by Kevin Loker
If you’re a journalist and/or web and tech enthusiast (which I’m guessing you are) and follow people similar to yourself on Twitter (which I’m guessing you do), your feed is about to get slammed with #ONA10 tweets.
Conference hashtags can be a a blessing or a curse. Tweets containing them can be helpful — if you can find the good ones — or a time suck, if you get lost in a sea of them. Whether you plan to follow the conversation from a mobile device at the conference or from the comfort of your home (or workplace), here are some helpful tips to think about before the start of any conference, when things get all sorts of 140-character crazy.
1. Save a smart search
The easiest way to follow conversation surrounding a conference is to save a search of the agreed-upon hashtag. In the case of the Online News Association’s 2010 Conference, that hashtag is #ONA10. Save one of these as a main feed, but realize not everyone will use it. This can be for a variety of reasons, from forgetting to tag one to saving a few extra characters to squeeze a bit more content. You can’t catch everything, but save and combine searches for what you think might show up in someone’s tweet. Depending on what client you’re using for tracking, that may include variations of the tag or just related names or titles.
For this week’s conference, here are some suggestions:
- Simplify the #ONA10 tag to a search for “ONA10.” On most clients, that will catch #ONA10, @ONA1o and ONA10.
- Save a separate search for “ONA.” That should also catch #ONA, @ONA, and ONA. (Unfortunately – for the purpose of Twitter tracking – it’ll also catch some other conversation).
- If you want, do the same for “ONADC” and other chapter acronyms. Consider combining it with general terms like “Online News Association.”
If you’re using a mobile device at a conference, consider HootSuite. The mobile app works well for switching quickly between searches.
2. Use topical hashtags related to specific workshops
Share the love of what you’re tweeting with a wider audience than just your followers. Use major topics and keywords as hashtags to tag content that might be beneficial to people outside the conference, including those who may not know about it. If you’re going to a workshop titled “Real-Time Coverage from Scratch,” consider tagging your tweets with #realtime. If you’re going to one called “Social Media Storytelling,” use simple tags like #socialmedia.
3. Reply with context
Another way to help share what you’re learning at the conference is to add a bit of context to your tweet. Remember, searches on Twitter work in realtime — anyone can pop in at any time and start reading what you’re sending out. If you want people to get the most out of your content, sometimes it helps to clarify what you’re talking about. This is important to keep in mind for your topical tagging, but also for anything at the conference itself.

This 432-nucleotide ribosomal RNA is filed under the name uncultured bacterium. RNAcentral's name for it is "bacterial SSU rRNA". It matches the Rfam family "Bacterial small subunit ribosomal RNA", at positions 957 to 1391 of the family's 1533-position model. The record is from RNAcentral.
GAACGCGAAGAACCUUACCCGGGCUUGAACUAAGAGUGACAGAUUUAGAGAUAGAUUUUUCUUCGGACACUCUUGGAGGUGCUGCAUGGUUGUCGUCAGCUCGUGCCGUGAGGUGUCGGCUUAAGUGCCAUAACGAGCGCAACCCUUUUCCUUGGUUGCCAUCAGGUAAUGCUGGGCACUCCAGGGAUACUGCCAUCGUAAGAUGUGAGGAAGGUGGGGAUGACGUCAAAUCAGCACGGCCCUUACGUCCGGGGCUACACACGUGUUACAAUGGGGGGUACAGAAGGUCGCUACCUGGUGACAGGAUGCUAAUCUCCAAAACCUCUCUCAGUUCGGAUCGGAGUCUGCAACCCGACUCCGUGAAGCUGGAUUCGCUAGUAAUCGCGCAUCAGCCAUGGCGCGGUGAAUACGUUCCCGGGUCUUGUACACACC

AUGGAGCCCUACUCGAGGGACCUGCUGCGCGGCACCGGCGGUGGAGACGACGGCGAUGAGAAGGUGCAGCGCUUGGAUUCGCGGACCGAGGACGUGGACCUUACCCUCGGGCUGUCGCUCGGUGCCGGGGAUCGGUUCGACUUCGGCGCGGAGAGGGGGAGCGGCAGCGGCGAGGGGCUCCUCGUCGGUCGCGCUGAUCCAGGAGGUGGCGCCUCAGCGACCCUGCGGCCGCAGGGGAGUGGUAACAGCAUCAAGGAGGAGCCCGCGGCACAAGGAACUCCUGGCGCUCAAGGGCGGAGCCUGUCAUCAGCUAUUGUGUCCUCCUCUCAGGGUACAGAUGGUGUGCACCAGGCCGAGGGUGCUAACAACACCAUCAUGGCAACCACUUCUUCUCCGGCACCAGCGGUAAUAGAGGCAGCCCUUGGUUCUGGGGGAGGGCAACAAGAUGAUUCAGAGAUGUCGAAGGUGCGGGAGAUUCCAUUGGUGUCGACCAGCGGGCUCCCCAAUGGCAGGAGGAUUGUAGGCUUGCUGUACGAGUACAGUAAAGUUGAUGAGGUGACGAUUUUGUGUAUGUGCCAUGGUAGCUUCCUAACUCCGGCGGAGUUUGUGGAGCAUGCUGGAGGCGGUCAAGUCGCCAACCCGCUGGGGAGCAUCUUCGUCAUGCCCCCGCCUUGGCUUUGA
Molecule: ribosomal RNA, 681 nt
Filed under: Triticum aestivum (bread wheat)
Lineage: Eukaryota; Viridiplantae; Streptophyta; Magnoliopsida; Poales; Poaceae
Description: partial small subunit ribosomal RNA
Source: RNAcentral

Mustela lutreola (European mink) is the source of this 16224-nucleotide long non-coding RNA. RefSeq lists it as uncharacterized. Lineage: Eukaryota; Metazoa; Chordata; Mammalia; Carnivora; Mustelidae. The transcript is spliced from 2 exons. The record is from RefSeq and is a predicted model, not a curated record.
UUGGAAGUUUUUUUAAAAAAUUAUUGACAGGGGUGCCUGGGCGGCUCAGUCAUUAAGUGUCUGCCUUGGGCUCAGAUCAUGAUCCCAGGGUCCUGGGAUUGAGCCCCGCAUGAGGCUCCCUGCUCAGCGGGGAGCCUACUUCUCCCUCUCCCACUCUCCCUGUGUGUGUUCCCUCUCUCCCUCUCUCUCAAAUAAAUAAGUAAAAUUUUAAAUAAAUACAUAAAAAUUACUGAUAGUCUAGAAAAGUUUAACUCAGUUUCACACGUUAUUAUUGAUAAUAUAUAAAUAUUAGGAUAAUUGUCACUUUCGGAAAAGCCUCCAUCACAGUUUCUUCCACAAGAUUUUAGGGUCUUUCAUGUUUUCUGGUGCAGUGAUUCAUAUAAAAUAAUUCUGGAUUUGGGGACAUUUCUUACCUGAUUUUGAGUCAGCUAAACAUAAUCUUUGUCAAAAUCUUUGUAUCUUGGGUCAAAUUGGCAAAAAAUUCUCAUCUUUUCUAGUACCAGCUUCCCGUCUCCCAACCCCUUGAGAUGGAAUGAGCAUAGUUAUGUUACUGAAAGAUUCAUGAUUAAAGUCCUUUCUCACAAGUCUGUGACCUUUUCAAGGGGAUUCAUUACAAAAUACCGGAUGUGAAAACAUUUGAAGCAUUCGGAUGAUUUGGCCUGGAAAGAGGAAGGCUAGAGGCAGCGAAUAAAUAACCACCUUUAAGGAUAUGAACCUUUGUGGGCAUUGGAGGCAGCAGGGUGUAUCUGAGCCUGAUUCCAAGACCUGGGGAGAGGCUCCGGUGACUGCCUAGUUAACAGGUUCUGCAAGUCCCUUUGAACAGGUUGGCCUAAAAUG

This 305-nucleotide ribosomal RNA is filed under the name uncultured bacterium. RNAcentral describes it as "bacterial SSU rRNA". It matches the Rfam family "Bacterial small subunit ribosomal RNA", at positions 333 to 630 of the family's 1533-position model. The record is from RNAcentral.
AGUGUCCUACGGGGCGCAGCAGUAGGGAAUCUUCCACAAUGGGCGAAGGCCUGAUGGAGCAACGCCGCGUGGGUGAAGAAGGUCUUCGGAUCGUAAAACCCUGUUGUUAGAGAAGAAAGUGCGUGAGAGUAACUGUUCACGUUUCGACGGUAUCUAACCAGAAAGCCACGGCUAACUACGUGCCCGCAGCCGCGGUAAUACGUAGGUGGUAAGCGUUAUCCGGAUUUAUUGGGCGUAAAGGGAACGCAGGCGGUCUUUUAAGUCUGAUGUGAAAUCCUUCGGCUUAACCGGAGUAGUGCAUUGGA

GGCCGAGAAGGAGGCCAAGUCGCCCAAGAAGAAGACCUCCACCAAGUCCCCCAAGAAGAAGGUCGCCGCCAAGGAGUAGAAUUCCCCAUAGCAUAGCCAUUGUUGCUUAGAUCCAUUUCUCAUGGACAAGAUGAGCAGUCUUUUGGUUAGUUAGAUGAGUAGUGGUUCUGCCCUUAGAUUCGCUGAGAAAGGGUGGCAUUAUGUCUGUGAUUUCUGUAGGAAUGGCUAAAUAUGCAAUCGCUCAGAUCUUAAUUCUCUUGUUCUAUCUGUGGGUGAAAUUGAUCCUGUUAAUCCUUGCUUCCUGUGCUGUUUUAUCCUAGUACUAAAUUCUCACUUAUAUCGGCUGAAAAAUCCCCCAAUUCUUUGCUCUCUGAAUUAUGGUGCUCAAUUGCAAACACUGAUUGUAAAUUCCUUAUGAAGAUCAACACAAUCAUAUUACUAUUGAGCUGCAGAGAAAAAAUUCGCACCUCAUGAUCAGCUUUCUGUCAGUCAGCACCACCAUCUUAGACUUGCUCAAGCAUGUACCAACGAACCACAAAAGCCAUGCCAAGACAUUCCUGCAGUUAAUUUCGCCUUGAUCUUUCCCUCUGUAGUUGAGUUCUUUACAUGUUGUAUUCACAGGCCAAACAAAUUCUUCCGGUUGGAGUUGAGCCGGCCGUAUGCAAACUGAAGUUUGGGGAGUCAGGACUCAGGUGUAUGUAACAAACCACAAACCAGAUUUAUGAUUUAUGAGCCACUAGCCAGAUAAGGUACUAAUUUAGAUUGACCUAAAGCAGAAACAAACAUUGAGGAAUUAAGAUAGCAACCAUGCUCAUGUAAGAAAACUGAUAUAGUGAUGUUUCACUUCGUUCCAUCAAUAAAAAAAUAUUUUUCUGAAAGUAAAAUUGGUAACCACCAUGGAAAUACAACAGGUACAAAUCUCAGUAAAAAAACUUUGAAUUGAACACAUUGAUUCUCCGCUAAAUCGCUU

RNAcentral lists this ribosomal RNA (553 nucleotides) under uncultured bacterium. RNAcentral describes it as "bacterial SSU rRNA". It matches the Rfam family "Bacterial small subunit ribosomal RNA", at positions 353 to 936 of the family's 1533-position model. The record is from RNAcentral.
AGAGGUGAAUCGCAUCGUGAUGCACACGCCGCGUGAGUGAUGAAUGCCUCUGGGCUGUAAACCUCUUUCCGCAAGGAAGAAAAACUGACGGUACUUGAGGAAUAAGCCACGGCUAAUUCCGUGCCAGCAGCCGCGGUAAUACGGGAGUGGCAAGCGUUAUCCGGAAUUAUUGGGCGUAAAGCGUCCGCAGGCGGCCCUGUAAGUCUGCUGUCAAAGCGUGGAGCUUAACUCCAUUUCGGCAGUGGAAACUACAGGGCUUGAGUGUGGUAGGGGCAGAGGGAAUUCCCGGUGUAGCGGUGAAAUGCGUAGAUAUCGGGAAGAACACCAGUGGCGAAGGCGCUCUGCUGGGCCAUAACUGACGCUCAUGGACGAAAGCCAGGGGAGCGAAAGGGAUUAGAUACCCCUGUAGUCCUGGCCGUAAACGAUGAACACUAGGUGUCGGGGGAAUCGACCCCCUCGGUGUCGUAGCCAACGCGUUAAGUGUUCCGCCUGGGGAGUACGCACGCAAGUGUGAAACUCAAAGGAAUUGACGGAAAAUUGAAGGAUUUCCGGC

For instance, if I’m answering a question that my colleague @ethanklapper posed in a recent tweet, I may add what I’m talking about at the end of my message. If he asks which room the panel on The New Investigative Journalism Ecosystem is going to be, I can respond with “@ethanklapper The auditorium. Starts in 5 min. re: new investigative journalism panel, #ONA10.” That information may be useful to someone else. Can they figure it out with the clarifier? Yes. But this eliminates some clicking and keeps it a bit more open.
4. Reply with contextual links
An even better way to interact about the conference on Twitter is to use contextual links. If someone on the Wikileaks panel mentions a piece of information that you know you recently read an article about, consider doing a quick search and adding a link to it at the end of your tweet about what they’re saying. If someone’s looking for a nearby bar for a post-conference drink and you happen to know one, consider replying not just with the name of the bar, but the Google directions too.
Contextual links are also good if you’re trying to push people to your livestream of a particular panel. Again, remember — Twitter works in real-time. You could have the best livestream out there and be tweeting some great quotes, but people may miss the link if they come onto a feed ten minutes and five tweets after you posted it. If you want people to visit your livestream, be sure the majority of your tweets contain content, context and a clickable link.
5. Make a list
Following hashtags and keywords at a conference has a downside — in addition to people who abuse it for personal tweets, you often run into a sea of retweets. A nice way around this is to make a list of Twitter users you respect and notice contributing to the conference experience. I’ve started my own list for ONA10 which you can follow here.
In case you don’t want to follow the whole thing, here’s a healthy list of top-notch, tweeting attendees to follow:Â @ckanal,Â @greglinch,Â @webjournalist,Â @AssignmentDesk1,Â @journerdism,
@Alex20001,Â @markbriggs,Â @stevebuttry,Â @annatauzin,Â @sskalko andÂ @coryhaik.
UPDATE: A reader shared with us another way to eliminate some of those retweets and make your stream a bit cleaner. If you use Tweetdeck, you can filter out terms like “RT” and “via.” There’s a chance you’ll miss good tweets with comments outside the shares and retweets if you do this, but if you really want to tidy up your feed, it may be worth looking into.